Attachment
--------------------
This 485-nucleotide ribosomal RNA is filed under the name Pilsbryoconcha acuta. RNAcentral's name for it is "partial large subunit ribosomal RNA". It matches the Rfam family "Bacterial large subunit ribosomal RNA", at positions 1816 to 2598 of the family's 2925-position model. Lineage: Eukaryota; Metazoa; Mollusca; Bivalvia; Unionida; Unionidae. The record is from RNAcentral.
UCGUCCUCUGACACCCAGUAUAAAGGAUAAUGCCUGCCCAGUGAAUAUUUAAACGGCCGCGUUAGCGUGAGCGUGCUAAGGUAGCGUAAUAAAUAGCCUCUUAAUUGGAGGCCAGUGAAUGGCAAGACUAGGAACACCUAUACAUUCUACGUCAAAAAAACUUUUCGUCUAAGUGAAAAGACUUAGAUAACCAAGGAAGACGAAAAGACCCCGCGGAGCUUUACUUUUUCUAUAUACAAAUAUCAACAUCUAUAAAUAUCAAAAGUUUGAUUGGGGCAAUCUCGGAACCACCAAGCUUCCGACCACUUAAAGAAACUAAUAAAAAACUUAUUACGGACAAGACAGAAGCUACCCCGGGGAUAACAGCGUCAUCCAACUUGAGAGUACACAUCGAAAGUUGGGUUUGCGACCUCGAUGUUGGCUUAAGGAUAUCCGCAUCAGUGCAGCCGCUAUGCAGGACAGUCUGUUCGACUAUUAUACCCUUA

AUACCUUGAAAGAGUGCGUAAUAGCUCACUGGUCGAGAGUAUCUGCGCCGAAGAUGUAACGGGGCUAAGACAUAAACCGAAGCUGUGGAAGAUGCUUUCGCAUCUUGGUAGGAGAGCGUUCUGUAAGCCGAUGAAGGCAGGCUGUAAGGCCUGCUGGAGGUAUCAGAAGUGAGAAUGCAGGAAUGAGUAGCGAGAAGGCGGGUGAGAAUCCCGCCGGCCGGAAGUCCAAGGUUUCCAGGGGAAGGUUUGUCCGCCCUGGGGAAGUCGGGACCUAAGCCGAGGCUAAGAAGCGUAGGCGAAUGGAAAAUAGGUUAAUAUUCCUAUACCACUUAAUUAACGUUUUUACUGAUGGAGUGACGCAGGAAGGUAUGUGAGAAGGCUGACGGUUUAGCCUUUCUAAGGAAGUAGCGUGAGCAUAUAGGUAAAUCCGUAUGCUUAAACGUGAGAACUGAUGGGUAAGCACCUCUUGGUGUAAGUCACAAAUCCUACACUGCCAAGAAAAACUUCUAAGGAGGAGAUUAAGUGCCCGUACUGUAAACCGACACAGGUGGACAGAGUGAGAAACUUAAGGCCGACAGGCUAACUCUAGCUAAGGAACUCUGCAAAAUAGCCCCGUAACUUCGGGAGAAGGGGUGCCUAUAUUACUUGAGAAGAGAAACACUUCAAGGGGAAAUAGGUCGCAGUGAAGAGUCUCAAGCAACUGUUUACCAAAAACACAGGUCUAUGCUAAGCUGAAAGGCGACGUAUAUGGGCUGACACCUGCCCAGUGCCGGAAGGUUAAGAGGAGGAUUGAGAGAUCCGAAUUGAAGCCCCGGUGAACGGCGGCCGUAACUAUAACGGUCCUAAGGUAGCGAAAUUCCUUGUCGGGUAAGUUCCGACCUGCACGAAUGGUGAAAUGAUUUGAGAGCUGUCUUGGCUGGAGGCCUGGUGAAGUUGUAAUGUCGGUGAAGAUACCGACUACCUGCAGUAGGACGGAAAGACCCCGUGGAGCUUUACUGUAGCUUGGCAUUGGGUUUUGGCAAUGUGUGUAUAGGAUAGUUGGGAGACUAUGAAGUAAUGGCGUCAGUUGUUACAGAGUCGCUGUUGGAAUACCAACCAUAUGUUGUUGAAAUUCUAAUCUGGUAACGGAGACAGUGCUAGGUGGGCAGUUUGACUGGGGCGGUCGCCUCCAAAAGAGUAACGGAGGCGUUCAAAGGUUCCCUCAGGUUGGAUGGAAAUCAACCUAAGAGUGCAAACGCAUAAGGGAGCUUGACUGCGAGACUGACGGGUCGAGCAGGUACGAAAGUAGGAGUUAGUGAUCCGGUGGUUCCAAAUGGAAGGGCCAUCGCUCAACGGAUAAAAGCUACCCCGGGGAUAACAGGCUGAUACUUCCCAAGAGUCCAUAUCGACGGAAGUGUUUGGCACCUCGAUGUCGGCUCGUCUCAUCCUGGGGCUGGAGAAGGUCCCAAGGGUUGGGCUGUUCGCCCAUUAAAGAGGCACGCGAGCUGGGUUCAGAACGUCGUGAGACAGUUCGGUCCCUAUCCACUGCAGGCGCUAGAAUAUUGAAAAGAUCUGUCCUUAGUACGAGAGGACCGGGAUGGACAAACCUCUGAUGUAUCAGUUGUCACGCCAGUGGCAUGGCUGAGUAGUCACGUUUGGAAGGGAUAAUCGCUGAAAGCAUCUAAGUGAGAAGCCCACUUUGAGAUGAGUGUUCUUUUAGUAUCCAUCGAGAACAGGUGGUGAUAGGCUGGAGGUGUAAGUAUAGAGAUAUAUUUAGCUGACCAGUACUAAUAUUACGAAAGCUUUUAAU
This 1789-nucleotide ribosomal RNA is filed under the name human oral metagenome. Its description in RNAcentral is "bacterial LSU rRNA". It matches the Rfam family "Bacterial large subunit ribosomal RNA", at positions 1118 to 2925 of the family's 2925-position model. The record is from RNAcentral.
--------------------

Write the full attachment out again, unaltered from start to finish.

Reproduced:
This 485-nucleotide ribosomal RNA is filed under the name Pilsbryoconcha acuta. RNAcentral's name for it is "partial large subunit ribosomal RNA". It matches the Rfam family "Bacterial large subunit ribosomal RNA", at positions 1816 to 2598 of the family's 2925-position model. Lineage: Eukaryota; Metazoa; Mollusca; Bivalvia; Unionida; Unionidae. The record is from RNAcentral.
UCGUCCUCUGACACCCAGUAUAAAGGAUAAUGCCUGCCCAGUGAAUAUUUAAACGGCCGCGUUAGCGUGAGCGUGCUAAGGUAGCGUAAUAAAUAGCCUCUUAAUUGGAGGCCAGUGAAUGGCAAGACUAGGAACACCUAUACAUUCUACGUCAAAAAAACUUUUCGUCUAAGUGAAAAGACUUAGAUAACCAAGGAAGACGAAAAGACCCCGCGGAGCUUUACUUUUUCUAUAUACAAAUAUCAACAUCUAUAAAUAUCAAAAGUUUGAUUGGGGCAAUCUCGGAACCACCAAGCUUCCGACCACUUAAAGAAACUAAUAAAAAACUUAUUACGGACAAGACAGAAGCUACCCCGGGGAUAACAGCGUCAUCCAACUUGAGAGUACACAUCGAAAGUUGGGUUUGCGACCUCGAUGUUGGCUUAAGGAUAUCCGCAUCAGUGCAGCCGCUAUGCAGGACAGUCUGUUCGACUAUUAUACCCUUA

AUACCUUGAAAGAGUGCGUAAUAGCUCACUGGUCGAGAGUAUCUGCGCCGAAGAUGUAACGGGGCUAAGACAUAAACCGAAGCUGUGGAAGAUGCUUUCGCAUCUUGGUAGGAGAGCGUUCUGUAAGCCGAUGAAGGCAGGCUGUAAGGCCUGCUGGAGGUAUCAGAAGUGAGAAUGCAGGAAUGAGUAGCGAGAAGGCGGGUGAGAAUCCCGCCGGCCGGAAGUCCAAGGUUUCCAGGGGAAGGUUUGUCCGCCCUGGGGAAGUCGGGACCUAAGCCGAGGCUAAGAAGCGUAGGCGAAUGGAAAAUAGGUUAAUAUUCCUAUACCACUUAAUUAACGUUUUUACUGAUGGAGUGACGCAGGAAGGUAUGUGAGAAGGCUGACGGUUUAGCCUUUCUAAGGAAGUAGCGUGAGCAUAUAGGUAAAUCCGUAUGCUUAAACGUGAGAACUGAUGGGUAAGCACCUCUUGGUGUAAGUCACAAAUCCUACACUGCCAAGAAAAACUUCUAAGGAGGAGAUUAAGUGCCCGUACUGUAAACCGACACAGGUGGACAGAGUGAGAAACUUAAGGCCGACAGGCUAACUCUAGCUAAGGAACUCUGCAAAAUAGCCCCGUAACUUCGGGAGAAGGGGUGCCUAUAUUACUUGAGAAGAGAAACACUUCAAGGGGAAAUAGGUCGCAGUGAAGAGUCUCAAGCAACUGUUUACCAAAAACACAGGUCUAUGCUAAGCUGAAAGGCGACGUAUAUGGGCUGACACCUGCCCAGUGCCGGAAGGUUAAGAGGAGGAUUGAGAGAUCCGAAUUGAAGCCCCGGUGAACGGCGGCCGUAACUAUAACGGUCCUAAGGUAGCGAAAUUCCUUGUCGGGUAAGUUCCGACCUGCACGAAUGGUGAAAUGAUUUGAGAGCUGUCUUGGCUGGAGGCCUGGUGAAGUUGUAAUGUCGGUGAAGAUACCGACUACCUGCAGUAGGACGGAAAGACCCCGUGGAGCUUUACUGUAGCUUGGCAUUGGGUUUUGGCAAUGUGUGUAUAGGAUAGUUGGGAGACUAUGAAGUAAUGGCGUCAGUUGUUACAGAGUCGCUGUUGGAAUACCAACCAUAUGUUGUUGAAAUUCUAAUCUGGUAACGGAGACAGUGCUAGGUGGGCAGUUUGACUGGGGCGGUCGCCUCCAAAAGAGUAACGGAGGCGUUCAAAGGUUCCCUCAGGUUGGAUGGAAAUCAACCUAAGAGUGCAAACGCAUAAGGGAGCUUGACUGCGAGACUGACGGGUCGAGCAGGUACGAAAGUAGGAGUUAGUGAUCCGGUGGUUCCAAAUGGAAGGGCCAUCGCUCAACGGAUAAAAGCUACCCCGGGGAUAACAGGCUGAUACUUCCCAAGAGUCCAUAUCGACGGAAGUGUUUGGCACCUCGAUGUCGGCUCGUCUCAUCCUGGGGCUGGAGAAGGUCCCAAGGGUUGGGCUGUUCGCCCAUUAAAGAGGCACGCGAGCUGGGUUCAGAACGUCGUGAGACAGUUCGGUCCCUAUCCACUGCAGGCGCUAGAAUAUUGAAAAGAUCUGUCCUUAGUACGAGAGGACCGGGAUGGACAAACCUCUGAUGUAUCAGUUGUCACGCCAGUGGCAUGGCUGAGUAGUCACGUUUGGAAGGGAUAAUCGCUGAAAGCAUCUAAGUGAGAAGCCCACUUUGAGAUGAGUGUUCUUUUAGUAUCCAUCGAGAACAGGUGGUGAUAGGCUGGAGGUGUAAGUAUAGAGAUAUAUUUAGCUGACCAGUACUAAUAUUACGAAAGCUUUUAAU
This 1789-nucleotide ribosomal RNA is filed under the name human oral metagenome. Its description in RNAcentral is "bacterial LSU rRNA". It matches the Rfam family "Bacterial large subunit ribosomal RNA", at positions 1118 to 2925 of the family's 2925-position model. The record is from RNAcentral.